2. Sponsor (37:03)
- This Old Marketing is sponsored by DigitalRelevance, which increases search visibility, web traffic, and conversions by executing research-driven content marketing, digital PR, and SEO strategies. DigitalRelevance is offering The Media Buyer’s Guide to Sponsored Editorial Content. It includes everything you need to know about sponsored content, from evolution, controversy, and regulation, to execution tools and a proven buying strategy. It also includes the world’s first research study and statistical analysis to determine fair market value prices for sponsored content. Learn more at http://bit.ly/media-buyers-guide.
3. Rants and raves (39:04)
- Robert’s rant: Keywee, a content marketing start-up founded in Israel and operating in New York City that uses natural language processing, machine learning, and social graphs to match stories with users, has received $9.1 million in venture funding. Robert takes issue with the way in which Keywee describes its solution, which implies that content marketing is broken. The company also claims its technology will help content marketers solve their measurement challenges – which is unlikely, in his opinion.
- Joe’s rant/rave: My rant is about a speech I witnessed in which a senior-level corporate executive incessantly used the pronouns I, me, and my. He made it seem as if he was solely responsible for the company’s success, while ignoring the significant contributions of his team. Our communications ought to be focused on the people we serve, not our own egos. My rave is directed at Robert Rose. We traveled together during the last two weeks to Content Marketing World events in Sydney and Singapore, followed by the Intelligent Content Conference and Executive Forum in San Francisco. Robert got top marks for all of his keynote presentations and workshops, and the Executive Forum was a big success.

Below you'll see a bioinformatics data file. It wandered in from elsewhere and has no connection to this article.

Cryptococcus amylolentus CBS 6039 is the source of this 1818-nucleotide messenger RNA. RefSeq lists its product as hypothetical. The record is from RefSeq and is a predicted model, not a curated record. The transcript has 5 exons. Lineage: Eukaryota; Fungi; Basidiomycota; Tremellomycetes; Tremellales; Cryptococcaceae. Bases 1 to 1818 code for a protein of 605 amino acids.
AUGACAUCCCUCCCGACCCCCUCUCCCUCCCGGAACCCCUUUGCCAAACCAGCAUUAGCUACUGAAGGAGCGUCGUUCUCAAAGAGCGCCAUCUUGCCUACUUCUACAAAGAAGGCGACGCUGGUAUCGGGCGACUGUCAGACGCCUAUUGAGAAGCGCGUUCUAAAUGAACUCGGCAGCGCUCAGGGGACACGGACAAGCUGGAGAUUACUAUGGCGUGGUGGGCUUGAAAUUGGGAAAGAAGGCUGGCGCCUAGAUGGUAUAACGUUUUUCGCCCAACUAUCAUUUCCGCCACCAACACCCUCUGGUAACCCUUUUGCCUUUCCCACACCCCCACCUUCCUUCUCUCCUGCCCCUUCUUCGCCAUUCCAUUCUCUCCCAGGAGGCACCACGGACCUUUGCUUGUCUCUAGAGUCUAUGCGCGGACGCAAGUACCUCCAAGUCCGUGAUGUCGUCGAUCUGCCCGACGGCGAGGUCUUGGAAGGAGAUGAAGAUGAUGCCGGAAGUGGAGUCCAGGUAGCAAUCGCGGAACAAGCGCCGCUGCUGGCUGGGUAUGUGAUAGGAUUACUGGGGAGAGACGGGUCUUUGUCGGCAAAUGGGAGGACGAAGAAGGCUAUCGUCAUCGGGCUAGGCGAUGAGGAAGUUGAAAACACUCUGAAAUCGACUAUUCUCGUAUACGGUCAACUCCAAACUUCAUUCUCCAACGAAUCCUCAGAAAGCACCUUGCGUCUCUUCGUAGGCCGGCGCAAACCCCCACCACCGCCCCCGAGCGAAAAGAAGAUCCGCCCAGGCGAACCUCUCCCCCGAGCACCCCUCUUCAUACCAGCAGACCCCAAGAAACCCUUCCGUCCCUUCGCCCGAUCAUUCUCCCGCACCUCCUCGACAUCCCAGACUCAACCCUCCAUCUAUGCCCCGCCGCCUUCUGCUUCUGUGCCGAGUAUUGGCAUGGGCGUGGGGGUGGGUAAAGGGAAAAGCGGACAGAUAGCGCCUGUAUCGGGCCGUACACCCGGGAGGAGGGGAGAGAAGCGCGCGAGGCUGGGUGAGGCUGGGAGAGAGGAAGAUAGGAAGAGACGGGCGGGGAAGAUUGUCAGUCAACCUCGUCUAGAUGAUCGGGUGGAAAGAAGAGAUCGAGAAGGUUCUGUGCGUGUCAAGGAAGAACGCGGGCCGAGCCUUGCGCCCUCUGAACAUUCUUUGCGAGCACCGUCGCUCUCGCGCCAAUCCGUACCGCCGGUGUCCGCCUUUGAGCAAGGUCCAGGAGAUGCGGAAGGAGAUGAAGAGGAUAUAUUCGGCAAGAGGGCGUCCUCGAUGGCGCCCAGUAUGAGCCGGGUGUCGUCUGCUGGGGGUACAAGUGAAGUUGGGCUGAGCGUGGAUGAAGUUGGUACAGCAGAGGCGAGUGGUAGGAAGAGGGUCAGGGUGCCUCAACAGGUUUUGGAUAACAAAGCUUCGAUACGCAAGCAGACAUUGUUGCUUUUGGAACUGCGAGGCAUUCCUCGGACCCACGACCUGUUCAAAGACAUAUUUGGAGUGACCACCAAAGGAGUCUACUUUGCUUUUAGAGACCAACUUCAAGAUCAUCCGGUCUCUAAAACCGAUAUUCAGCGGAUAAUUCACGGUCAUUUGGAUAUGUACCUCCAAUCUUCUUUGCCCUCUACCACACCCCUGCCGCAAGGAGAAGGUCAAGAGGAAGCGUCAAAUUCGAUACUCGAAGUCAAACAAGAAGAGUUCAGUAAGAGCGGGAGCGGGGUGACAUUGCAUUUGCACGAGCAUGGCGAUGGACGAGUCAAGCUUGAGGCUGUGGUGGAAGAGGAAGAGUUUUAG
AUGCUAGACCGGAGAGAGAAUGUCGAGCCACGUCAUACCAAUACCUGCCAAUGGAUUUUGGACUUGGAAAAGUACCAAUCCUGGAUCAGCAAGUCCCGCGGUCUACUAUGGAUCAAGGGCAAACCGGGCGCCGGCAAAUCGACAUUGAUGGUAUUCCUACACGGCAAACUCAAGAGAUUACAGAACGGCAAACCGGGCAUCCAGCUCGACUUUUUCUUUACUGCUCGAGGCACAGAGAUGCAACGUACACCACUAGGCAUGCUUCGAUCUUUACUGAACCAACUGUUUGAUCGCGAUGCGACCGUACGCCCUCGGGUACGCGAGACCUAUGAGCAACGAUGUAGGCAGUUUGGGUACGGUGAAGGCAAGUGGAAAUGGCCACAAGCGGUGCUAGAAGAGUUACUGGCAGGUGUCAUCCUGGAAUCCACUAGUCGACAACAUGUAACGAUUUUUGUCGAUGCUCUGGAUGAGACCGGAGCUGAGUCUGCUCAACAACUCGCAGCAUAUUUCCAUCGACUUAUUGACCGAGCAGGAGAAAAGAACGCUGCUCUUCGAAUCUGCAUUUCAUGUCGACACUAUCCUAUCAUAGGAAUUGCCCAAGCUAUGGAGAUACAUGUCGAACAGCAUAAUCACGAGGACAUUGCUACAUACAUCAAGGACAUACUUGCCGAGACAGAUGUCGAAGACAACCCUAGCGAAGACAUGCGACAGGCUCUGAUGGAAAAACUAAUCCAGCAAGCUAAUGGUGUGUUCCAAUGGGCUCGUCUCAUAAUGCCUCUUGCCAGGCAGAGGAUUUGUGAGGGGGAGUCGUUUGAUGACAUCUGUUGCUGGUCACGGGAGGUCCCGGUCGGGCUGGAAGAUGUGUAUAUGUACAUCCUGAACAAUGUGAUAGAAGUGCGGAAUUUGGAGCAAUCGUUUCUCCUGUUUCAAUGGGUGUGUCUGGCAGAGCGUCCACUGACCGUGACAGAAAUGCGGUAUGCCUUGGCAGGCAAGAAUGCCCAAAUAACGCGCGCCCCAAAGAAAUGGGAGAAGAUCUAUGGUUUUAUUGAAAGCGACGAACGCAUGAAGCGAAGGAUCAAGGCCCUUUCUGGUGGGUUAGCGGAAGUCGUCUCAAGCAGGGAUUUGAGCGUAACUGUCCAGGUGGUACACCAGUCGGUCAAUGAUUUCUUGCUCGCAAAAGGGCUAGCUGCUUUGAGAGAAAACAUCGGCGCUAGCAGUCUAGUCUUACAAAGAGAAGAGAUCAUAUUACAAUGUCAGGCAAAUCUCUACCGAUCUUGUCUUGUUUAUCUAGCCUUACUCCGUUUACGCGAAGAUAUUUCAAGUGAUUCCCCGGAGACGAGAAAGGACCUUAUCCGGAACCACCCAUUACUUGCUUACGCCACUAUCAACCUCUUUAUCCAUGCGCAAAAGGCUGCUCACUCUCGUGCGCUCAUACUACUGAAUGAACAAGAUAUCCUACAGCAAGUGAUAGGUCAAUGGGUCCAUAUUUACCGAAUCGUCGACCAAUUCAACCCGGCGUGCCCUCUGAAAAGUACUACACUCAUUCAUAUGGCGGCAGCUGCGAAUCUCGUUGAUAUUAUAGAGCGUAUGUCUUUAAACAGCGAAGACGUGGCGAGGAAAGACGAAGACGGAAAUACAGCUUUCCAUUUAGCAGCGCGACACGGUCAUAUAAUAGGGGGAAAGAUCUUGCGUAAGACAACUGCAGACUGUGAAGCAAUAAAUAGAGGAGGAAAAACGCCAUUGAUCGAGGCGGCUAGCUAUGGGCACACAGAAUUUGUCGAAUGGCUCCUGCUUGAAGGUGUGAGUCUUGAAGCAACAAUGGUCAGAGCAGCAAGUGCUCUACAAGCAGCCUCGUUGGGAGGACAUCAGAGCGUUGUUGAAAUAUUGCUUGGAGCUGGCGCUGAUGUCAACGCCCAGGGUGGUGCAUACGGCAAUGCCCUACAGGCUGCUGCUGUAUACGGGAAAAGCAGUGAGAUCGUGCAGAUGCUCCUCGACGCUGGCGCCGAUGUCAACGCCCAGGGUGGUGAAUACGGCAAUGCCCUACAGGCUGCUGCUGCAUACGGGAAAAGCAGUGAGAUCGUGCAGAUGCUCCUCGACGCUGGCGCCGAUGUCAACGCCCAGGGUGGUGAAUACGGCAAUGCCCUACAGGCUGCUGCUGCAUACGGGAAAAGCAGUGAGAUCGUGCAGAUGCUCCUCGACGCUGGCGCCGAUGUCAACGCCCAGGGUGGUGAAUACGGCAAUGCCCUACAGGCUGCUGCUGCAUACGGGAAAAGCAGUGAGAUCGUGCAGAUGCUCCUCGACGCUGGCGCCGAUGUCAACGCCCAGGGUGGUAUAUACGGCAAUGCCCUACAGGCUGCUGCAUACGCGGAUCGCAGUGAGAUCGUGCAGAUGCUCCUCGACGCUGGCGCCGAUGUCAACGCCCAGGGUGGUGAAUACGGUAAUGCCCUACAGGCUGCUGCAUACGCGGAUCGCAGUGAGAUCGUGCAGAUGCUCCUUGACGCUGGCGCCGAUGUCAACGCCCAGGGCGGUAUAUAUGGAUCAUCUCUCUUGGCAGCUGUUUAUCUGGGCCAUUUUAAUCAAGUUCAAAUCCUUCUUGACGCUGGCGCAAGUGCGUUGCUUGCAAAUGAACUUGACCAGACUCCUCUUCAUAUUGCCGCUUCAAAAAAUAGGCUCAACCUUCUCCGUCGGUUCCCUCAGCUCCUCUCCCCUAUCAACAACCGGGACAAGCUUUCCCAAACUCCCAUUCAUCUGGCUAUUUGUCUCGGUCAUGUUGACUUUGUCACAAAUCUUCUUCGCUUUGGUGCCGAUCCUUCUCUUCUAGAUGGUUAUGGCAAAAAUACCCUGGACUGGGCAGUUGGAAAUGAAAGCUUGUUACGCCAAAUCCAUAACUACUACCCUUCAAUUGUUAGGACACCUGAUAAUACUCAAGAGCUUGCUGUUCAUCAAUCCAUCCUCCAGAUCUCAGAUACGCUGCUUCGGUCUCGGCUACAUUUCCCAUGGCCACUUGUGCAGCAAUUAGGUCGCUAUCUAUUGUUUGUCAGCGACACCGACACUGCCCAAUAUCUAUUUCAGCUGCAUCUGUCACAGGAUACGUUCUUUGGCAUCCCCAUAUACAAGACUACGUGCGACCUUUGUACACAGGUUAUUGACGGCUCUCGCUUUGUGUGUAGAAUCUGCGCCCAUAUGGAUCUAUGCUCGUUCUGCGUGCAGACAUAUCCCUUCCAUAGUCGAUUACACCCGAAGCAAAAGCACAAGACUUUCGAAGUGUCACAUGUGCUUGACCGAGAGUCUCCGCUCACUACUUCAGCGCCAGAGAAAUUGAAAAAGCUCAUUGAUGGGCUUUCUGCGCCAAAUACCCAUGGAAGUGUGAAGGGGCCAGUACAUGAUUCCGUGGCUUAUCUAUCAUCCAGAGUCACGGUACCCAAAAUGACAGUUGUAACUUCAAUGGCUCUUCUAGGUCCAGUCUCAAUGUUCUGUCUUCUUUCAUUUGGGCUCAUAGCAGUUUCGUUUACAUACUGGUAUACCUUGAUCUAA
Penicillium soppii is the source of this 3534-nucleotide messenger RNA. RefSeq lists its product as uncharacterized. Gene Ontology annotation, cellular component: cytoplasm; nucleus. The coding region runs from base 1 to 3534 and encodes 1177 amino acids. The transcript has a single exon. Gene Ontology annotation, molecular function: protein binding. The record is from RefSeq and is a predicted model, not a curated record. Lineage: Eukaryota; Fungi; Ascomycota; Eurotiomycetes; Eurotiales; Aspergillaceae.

4. This Old Marketing example of the week (50:12)
- Pepsodent and Bob Hope: In 1920, sales of Pepsodent toothpaste were so bad, it was almost pulled off the market. As part of a last-ditch attempt to revive sales, Pepsodent decided to sponsor a new radio show called Amos & Andy. Emboldened by the show’s success, in 1938 the toothpaste maker sponsored an up-and-coming radio star named Bob Hope, who was launching a new variety show; it became known as The Pepsodent Show Starring Bob Hope. In 1941, Hope approached Pepsodent with the idea of writing a funny fictional memoir. This 96-page book called, They Got Me Covered, was published and distributed by Pepsodent, which used it as a giveaway for tapings of Hope’s radio show and the debut of My Favorite Blonde, a new film starring him and Madeleine Carroll. The books contained a product boxtop as a bookmark, a very clever product placement. This is an excellent example of a creative partnership that benefited both Pepsodent and Bob Hope.